I think that may be it for now. I'm just waiting for my ham & cheese quiche to come out of the oven for dinner. My gas oven is a bit quirky - I'm often cooking things for waaaay longer than the directions tell me to, just to get them done. Maybe I should have it looked out.

Oh, one more thing. I've been on a foreign-film kick lately. I went to the local public library (on the U.S. side, of course) to look through their foreign film section. I was rather disappointed. There were maybe ten foreign films there. Maybe. I decided to give up on the trying-to-be-stingy-and-rent-them-for-free method and signed up for Netflix (yes, they do still offer DVD-by-mail service instead of just online-streaming...which I can't do from Mexico.) I'll give it a try for a while and see how it's working out serving me up some foreign flicks. Any suggestions on good foreign films I should see?

Until next time...peace.


7 comments:

  1. Question: since being in Mexico, what have you managed to learn in terms of cooking and baking?

    Also, the only foreign film I can ever recommend is Boy. And if you wanted foreign foreign, then Howl's Moving Castle. Is it even that foreign though?

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  2. Get a VPN for Netflix, as well as Hulu and other streaming services not available overseas. I use StrongVpn and can't imagine living without it now.

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  3. Hi Andrew, I enjoyed your blog and can serve as a point of reference for language resources in Brownsville/Matamoros. As with any new place, it takes time to get involved in activities, but if you're interested, I can help you with the public speaking people, or even a ping-pong group that I used to attend (it's a great way to meet new people). We don't go out too much after dark (for obvious reasons), but I've found as well that Cinepolis has at least one non-American film a week (and maybe two European movies a month). Take care, and I'll look forward to reading more from you! Zel

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  4. I have some suggestions!

    Film: The BBC has a ton of really great short series. One of my favourite is "Wallander". Also "Luther" and "State of Play" (the BBC series, not the American film.) My very favorite foreign film is called "Elling." It is truly amazing.

    Bikes: I recently bought a road bike that I got fitted for, and it is awesome! To me, having a bike that is the right size, and a road bike that really moves fast is just so much more fun than a mountain bike!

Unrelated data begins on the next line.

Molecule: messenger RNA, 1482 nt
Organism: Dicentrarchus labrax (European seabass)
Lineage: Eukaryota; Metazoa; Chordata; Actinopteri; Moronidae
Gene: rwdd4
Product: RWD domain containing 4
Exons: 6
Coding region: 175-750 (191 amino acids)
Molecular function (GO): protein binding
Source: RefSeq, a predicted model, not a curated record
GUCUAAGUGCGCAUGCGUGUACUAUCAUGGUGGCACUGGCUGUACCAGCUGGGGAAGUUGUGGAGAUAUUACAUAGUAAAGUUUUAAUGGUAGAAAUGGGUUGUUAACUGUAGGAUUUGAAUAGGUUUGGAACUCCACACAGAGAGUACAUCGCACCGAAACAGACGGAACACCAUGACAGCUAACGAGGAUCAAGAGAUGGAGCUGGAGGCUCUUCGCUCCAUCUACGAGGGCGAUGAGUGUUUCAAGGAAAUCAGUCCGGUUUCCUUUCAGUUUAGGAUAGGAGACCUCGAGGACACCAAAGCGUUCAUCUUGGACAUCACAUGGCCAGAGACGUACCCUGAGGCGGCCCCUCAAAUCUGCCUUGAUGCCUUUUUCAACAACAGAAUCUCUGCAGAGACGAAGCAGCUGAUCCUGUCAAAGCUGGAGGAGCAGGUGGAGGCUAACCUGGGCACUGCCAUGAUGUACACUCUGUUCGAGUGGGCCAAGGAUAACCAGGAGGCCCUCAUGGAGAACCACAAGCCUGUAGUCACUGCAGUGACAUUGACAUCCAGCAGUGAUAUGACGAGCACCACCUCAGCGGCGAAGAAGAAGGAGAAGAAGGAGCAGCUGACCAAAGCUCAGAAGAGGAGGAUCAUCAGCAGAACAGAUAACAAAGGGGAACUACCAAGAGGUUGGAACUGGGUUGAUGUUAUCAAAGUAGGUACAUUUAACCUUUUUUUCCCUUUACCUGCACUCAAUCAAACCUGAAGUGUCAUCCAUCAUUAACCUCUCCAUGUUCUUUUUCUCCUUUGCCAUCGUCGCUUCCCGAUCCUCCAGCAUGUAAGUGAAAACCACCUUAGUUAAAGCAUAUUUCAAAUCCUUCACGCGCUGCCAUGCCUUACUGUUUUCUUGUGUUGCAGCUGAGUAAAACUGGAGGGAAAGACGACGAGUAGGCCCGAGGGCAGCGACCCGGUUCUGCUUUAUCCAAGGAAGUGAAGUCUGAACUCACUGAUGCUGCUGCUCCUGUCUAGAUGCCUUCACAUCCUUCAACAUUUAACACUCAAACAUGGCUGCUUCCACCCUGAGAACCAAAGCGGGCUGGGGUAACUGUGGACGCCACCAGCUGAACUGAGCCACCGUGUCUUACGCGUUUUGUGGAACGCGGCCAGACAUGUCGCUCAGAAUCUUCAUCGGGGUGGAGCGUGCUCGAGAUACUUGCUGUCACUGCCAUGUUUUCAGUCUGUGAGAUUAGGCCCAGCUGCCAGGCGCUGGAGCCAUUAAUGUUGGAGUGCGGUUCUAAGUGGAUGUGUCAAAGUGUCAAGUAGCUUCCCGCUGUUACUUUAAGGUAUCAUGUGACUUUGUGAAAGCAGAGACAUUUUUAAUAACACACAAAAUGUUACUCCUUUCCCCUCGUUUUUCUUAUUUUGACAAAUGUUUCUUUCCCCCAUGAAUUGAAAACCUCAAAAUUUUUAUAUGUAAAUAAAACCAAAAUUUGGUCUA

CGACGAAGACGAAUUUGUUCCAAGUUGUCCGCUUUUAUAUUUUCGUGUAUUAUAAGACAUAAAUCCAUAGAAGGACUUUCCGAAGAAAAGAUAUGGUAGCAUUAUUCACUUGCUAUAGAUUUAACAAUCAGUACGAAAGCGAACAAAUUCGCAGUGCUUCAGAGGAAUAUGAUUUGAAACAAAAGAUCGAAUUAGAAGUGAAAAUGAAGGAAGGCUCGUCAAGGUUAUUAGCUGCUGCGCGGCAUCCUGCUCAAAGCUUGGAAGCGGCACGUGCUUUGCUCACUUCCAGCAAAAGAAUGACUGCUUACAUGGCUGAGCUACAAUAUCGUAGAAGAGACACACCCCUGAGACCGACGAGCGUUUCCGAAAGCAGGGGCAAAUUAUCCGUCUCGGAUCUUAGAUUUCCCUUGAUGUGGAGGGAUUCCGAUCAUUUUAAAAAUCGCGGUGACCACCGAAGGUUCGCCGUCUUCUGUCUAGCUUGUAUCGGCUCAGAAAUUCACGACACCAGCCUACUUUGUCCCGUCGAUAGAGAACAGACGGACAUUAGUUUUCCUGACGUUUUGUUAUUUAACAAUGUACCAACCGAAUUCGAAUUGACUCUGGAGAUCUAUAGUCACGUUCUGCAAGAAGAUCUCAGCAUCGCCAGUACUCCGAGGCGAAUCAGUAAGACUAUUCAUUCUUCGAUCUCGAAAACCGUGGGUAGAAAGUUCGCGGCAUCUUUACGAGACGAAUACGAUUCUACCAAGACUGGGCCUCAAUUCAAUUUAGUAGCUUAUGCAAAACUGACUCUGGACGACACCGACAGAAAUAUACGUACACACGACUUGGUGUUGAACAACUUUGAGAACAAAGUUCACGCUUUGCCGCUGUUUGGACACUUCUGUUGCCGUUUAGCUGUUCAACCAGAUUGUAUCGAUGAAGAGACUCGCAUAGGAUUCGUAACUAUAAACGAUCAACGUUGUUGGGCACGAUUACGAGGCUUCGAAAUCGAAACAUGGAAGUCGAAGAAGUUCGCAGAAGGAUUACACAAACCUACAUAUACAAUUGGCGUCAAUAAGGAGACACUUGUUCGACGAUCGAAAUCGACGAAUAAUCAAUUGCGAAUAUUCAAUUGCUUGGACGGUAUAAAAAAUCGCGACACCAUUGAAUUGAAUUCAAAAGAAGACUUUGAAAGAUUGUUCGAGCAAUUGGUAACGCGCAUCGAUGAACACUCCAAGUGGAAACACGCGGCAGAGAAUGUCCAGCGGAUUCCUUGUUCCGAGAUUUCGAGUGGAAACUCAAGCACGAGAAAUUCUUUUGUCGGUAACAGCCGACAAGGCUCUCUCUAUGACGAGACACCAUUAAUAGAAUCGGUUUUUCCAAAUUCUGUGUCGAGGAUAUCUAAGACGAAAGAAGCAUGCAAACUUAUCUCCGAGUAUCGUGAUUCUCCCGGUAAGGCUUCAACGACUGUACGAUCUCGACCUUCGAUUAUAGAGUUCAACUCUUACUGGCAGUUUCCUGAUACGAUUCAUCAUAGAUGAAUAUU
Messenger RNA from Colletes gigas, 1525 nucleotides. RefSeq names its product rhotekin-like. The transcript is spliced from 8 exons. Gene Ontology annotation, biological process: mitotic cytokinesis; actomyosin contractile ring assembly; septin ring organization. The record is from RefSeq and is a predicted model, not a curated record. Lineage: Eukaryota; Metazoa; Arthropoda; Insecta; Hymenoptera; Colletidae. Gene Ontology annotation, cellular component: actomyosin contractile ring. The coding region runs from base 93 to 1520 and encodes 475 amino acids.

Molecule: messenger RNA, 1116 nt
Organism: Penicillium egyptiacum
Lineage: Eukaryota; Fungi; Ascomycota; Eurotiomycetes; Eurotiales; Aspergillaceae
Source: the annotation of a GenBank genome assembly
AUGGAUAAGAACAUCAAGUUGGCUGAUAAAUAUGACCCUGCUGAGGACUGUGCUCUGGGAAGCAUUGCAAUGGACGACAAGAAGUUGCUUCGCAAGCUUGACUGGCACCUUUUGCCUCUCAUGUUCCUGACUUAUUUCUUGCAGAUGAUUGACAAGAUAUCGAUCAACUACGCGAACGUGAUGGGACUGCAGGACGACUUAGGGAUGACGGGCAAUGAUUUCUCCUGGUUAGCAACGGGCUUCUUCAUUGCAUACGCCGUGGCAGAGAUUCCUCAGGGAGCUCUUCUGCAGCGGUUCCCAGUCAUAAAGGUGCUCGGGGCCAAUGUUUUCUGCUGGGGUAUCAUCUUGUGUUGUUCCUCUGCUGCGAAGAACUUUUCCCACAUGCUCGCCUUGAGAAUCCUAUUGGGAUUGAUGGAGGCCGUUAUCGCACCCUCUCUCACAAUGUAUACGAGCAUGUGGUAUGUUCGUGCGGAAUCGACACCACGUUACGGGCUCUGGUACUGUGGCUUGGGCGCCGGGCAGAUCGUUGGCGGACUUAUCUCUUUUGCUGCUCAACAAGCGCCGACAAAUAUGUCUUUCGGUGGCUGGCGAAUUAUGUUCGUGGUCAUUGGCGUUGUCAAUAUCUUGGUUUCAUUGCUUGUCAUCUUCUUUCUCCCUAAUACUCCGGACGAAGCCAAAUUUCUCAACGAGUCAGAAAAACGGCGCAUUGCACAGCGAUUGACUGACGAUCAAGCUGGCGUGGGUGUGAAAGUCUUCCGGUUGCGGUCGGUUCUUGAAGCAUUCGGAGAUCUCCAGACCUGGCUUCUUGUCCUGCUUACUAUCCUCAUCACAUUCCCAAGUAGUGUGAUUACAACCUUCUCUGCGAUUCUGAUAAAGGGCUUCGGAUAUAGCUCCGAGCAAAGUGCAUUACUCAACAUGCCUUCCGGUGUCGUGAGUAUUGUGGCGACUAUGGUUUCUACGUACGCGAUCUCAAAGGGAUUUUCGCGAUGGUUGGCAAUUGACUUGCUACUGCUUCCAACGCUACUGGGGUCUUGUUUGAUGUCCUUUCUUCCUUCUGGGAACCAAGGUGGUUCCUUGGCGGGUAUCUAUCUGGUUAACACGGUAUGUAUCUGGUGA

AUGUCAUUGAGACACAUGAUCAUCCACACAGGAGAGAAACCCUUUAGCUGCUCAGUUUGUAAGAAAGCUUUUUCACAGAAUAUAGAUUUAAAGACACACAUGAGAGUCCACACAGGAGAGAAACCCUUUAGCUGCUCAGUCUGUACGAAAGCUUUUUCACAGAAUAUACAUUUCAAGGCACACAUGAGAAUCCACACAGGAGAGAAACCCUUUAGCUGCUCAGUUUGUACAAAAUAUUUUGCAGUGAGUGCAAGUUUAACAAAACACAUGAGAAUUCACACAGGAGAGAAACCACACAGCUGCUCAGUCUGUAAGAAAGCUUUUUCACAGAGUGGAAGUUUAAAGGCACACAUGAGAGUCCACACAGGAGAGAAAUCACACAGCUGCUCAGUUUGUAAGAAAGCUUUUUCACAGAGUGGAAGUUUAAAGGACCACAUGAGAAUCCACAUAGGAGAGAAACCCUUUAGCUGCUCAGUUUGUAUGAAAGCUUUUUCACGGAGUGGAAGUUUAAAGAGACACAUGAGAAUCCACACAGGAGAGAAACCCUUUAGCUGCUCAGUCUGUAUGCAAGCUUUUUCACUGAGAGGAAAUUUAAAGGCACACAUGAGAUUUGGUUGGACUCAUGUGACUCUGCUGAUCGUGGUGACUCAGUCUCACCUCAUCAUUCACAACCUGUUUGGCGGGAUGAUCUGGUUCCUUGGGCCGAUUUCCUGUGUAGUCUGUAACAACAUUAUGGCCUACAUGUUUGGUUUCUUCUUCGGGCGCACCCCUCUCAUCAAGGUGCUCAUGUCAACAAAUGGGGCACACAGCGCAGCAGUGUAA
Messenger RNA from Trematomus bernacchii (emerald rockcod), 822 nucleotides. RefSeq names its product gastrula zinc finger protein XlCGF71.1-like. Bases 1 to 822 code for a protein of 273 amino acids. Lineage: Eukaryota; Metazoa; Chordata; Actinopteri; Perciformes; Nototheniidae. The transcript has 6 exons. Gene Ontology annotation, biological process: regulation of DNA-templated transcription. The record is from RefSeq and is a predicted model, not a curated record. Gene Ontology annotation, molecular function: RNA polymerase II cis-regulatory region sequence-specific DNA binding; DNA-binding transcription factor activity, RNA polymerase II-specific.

Graduate School: I started grad school when I was 30. It was a good time to do it. I think having some work and life experience is really beneficial when you go back to academia. The other option is an online grad school program. Really reputable high caliber schools are offering all online programs that are quite robust. I've taken some fantastic online courses. It could double as your hobby while you're in Matamoros! :

    Books: I don't really have any good suggestions for books since I just finished grad school and have been reading mostly FS and current events stuff. But I did recently get a subscription to The Atlantic magazine, and I've been surprised at how great it is. Interesting articles and insightful writing.

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  5. @ the first anonymous:
    Interesting question about the baking/cooking in Mexico. To be honest, I haven't learned anything here that I couldn't have learned elsewhere. That is to say that I don't think I've picked up any influence from Mexican cooking just yet. Perhaps I should take a cooking course.

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  6. If you are into non-fiction(ish) adventure tales, I would enthusiastically recommend Bill Bryson's A Walk In The Woods. I have never laughed so hard reading a book in all my life. It will certainly add some color to your slow evenings (at least for a few days because you will hardly be able to put it down).

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  7. Foreign film recommendation: "Love Me If You Dare" (French) Don't worry, not nearly as sappy as the title, kind of twisted actually in a very entertaining fashion. One of my favorites.